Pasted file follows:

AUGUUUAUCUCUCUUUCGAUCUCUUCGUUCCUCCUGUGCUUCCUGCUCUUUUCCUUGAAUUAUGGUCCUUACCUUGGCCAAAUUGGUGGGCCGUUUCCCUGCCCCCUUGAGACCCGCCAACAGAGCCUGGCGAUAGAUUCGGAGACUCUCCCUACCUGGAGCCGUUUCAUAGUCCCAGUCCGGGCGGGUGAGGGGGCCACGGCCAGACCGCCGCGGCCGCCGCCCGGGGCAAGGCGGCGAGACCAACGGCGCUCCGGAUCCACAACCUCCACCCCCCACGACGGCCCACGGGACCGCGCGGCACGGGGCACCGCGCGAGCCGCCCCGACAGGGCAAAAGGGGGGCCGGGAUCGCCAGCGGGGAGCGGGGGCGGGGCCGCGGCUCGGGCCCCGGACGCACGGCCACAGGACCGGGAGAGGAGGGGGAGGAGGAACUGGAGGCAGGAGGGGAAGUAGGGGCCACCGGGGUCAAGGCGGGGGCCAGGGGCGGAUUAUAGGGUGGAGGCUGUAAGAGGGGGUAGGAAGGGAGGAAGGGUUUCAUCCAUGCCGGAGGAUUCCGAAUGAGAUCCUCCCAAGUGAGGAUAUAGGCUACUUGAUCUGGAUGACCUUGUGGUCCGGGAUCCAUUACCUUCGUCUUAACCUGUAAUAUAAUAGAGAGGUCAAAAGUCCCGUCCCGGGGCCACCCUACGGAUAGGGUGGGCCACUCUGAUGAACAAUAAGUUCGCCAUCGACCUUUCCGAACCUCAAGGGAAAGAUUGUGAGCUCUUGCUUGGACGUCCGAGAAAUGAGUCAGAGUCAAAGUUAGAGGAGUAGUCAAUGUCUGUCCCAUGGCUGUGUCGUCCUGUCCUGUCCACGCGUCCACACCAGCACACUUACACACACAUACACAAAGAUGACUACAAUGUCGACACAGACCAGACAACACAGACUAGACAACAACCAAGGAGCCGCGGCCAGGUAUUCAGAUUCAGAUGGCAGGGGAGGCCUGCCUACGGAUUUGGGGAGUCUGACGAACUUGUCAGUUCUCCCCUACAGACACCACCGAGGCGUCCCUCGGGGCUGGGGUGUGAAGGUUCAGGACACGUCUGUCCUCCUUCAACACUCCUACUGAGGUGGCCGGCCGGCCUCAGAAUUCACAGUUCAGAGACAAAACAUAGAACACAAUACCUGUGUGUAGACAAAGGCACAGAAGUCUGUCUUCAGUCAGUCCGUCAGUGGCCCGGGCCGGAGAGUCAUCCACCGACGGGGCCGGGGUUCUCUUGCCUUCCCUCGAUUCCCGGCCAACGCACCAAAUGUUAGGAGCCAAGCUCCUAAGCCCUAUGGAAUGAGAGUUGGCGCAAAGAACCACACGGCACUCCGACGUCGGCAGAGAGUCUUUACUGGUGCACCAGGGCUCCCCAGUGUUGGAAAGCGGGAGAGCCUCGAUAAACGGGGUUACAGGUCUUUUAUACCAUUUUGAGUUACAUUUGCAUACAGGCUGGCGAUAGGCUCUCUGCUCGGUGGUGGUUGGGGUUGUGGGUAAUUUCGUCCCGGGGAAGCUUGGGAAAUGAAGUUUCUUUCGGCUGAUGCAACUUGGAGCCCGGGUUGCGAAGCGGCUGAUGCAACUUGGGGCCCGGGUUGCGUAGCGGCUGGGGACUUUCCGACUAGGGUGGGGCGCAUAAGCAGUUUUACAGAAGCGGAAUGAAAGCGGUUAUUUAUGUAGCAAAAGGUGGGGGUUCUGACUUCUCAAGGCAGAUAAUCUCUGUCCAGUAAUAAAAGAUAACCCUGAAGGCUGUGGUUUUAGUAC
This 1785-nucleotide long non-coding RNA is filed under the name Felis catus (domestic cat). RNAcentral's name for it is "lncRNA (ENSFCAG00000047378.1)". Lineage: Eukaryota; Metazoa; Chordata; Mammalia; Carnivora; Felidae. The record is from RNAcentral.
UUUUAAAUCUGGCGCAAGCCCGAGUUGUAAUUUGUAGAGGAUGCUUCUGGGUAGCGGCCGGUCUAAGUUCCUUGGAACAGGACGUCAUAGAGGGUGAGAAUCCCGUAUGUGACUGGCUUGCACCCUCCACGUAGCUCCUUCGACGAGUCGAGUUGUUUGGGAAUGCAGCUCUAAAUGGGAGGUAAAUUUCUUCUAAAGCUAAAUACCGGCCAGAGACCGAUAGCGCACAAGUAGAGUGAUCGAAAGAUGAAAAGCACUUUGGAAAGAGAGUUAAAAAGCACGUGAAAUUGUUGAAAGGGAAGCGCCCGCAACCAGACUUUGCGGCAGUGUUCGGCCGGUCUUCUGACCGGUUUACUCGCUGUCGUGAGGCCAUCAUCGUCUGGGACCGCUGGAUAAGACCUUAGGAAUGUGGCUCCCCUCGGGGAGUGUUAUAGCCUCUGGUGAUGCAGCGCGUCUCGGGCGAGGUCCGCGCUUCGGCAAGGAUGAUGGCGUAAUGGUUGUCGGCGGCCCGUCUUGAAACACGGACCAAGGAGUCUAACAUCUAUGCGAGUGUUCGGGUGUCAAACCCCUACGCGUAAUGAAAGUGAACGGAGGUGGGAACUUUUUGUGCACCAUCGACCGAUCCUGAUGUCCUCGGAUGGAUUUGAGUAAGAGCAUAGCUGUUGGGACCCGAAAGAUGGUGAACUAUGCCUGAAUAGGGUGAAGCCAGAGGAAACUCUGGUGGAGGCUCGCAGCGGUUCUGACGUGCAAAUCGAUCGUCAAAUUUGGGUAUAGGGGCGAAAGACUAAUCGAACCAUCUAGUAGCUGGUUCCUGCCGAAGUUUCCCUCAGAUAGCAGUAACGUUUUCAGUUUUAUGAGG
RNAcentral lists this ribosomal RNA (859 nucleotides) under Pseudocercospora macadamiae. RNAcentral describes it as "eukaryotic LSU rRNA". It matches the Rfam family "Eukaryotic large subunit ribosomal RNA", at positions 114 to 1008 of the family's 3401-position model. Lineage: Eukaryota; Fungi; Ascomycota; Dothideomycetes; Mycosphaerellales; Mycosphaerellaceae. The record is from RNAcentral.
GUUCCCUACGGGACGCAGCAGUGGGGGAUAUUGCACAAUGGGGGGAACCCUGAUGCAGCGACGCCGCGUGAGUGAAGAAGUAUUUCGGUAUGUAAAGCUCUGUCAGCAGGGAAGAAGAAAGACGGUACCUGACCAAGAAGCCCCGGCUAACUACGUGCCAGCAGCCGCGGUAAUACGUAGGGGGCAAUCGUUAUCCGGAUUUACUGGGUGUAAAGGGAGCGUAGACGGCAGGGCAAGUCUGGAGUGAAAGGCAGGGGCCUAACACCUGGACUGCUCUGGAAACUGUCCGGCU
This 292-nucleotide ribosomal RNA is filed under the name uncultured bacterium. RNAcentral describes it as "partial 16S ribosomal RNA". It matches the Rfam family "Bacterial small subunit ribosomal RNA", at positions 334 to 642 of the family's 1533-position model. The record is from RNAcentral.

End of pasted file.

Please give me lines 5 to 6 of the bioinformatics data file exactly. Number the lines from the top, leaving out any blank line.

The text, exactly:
GUUCCCUACGGGACGCAGCAGUGGGGGAUAUUGCACAAUGGGGGGAACCCUGAUGCAGCGACGCCGCGUGAGUGAAGAAGUAUUUCGGUAUGUAAAGCUCUGUCAGCAGGGAAGAAGAAAGACGGUACCUGACCAAGAAGCCCCGGCUAACUACGUGCCAGCAGCCGCGGUAAUACGUAGGGGGCAAUCGUUAUCCGGAUUUACUGGGUGUAAAGGGAGCGUAGACGGCAGGGCAAGUCUGGAGUGAAAGGCAGGGGCCUAACACCUGGACUGCUCUGGAAACUGUCCGGCU
This 292-nucleotide ribosomal RNA is filed under the name uncultured bacterium. RNAcentral describes it as "partial 16S ribosomal RNA". It matches the Rfam family "Bacterial small subunit ribosomal RNA", at positions 334 to 642 of the family's 1533-position model. The record is from RNAcentral.